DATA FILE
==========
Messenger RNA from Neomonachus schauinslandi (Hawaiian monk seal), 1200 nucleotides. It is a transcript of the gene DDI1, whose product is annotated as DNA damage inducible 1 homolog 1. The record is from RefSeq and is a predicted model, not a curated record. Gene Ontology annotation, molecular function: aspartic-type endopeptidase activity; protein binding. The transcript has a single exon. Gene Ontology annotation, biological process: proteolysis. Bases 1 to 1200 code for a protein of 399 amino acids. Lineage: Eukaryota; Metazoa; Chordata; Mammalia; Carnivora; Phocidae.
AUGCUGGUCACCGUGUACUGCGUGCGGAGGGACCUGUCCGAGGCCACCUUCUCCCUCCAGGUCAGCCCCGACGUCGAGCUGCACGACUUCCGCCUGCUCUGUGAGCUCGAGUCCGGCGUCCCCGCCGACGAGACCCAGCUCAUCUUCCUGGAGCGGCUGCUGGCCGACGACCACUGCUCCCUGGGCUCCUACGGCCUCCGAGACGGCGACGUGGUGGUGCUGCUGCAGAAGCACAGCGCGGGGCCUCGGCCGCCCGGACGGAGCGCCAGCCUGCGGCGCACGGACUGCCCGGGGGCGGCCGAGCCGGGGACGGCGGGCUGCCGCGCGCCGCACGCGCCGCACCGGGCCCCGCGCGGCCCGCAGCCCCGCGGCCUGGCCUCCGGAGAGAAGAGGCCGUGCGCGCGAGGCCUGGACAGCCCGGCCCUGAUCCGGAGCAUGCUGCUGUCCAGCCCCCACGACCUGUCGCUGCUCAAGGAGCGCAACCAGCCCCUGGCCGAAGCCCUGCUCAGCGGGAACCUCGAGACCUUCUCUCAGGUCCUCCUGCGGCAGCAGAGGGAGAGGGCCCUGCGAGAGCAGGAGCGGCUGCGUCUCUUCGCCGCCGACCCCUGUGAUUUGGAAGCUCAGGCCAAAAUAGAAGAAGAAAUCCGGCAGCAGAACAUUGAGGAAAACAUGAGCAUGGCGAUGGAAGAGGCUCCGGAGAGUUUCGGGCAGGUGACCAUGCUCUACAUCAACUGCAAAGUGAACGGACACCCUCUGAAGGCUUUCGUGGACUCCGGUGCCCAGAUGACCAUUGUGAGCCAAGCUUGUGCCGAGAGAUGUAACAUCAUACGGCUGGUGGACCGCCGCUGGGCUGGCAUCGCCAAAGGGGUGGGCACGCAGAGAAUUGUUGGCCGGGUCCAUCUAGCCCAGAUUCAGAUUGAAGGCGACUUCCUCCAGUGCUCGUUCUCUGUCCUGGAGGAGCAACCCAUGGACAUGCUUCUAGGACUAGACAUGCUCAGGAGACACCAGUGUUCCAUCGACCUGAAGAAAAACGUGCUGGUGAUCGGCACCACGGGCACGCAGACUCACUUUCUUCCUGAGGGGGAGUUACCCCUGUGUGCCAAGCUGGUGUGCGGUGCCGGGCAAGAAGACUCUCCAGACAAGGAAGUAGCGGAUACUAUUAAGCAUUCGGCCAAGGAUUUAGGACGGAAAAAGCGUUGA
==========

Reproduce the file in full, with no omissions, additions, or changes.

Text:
Messenger RNA from Neomonachus schauinslandi (Hawaiian monk seal), 1200 nucleotides. It is a transcript of the gene DDI1, whose product is annotated as DNA damage inducible 1 homolog 1. The record is from RefSeq and is a predicted model, not a curated record. Gene Ontology annotation, molecular function: aspartic-type endopeptidase activity; protein binding. The transcript has a single exon. Gene Ontology annotation, biological process: proteolysis. Bases 1 to 1200 code for a protein of 399 amino acids. Lineage: Eukaryota; Metazoa; Chordata; Mammalia; Carnivora; Phocidae.
AUGCUGGUCACCGUGUACUGCGUGCGGAGGGACCUGUCCGAGGCCACCUUCUCCCUCCAGGUCAGCCCCGACGUCGAGCUGCACGACUUCCGCCUGCUCUGUGAGCUCGAGUCCGGCGUCCCCGCCGACGAGACCCAGCUCAUCUUCCUGGAGCGGCUGCUGGCCGACGACCACUGCUCCCUGGGCUCCUACGGCCUCCGAGACGGCGACGUGGUGGUGCUGCUGCAGAAGCACAGCGCGGGGCCUCGGCCGCCCGGACGGAGCGCCAGCCUGCGGCGCACGGACUGCCCGGGGGCGGCCGAGCCGGGGACGGCGGGCUGCCGCGCGCCGCACGCGCCGCACCGGGCCCCGCGCGGCCCGCAGCCCCGCGGCCUGGCCUCCGGAGAGAAGAGGCCGUGCGCGCGAGGCCUGGACAGCCCGGCCCUGAUCCGGAGCAUGCUGCUGUCCAGCCCCCACGACCUGUCGCUGCUCAAGGAGCGCAACCAGCCCCUGGCCGAAGCCCUGCUCAGCGGGAACCUCGAGACCUUCUCUCAGGUCCUCCUGCGGCAGCAGAGGGAGAGGGCCCUGCGAGAGCAGGAGCGGCUGCGUCUCUUCGCCGCCGACCCCUGUGAUUUGGAAGCUCAGGCCAAAAUAGAAGAAGAAAUCCGGCAGCAGAACAUUGAGGAAAACAUGAGCAUGGCGAUGGAAGAGGCUCCGGAGAGUUUCGGGCAGGUGACCAUGCUCUACAUCAACUGCAAAGUGAACGGACACCCUCUGAAGGCUUUCGUGGACUCCGGUGCCCAGAUGACCAUUGUGAGCCAAGCUUGUGCCGAGAGAUGUAACAUCAUACGGCUGGUGGACCGCCGCUGGGCUGGCAUCGCCAAAGGGGUGGGCACGCAGAGAAUUGUUGGCCGGGUCCAUCUAGCCCAGAUUCAGAUUGAAGGCGACUUCCUCCAGUGCUCGUUCUCUGUCCUGGAGGAGCAACCCAUGGACAUGCUUCUAGGACUAGACAUGCUCAGGAGACACCAGUGUUCCAUCGACCUGAAGAAAAACGUGCUGGUGAUCGGCACCACGGGCACGCAGACUCACUUUCUUCCUGAGGGGGAGUUACCCCUGUGUGCCAAGCUGGUGUGCGGUGCCGGGCAAGAAGACUCUCCAGACAAGGAAGUAGCGGAUACUAUUAAGCAUUCGGCCAAGGAUUUAGGACGGAAAAAGCGUUGA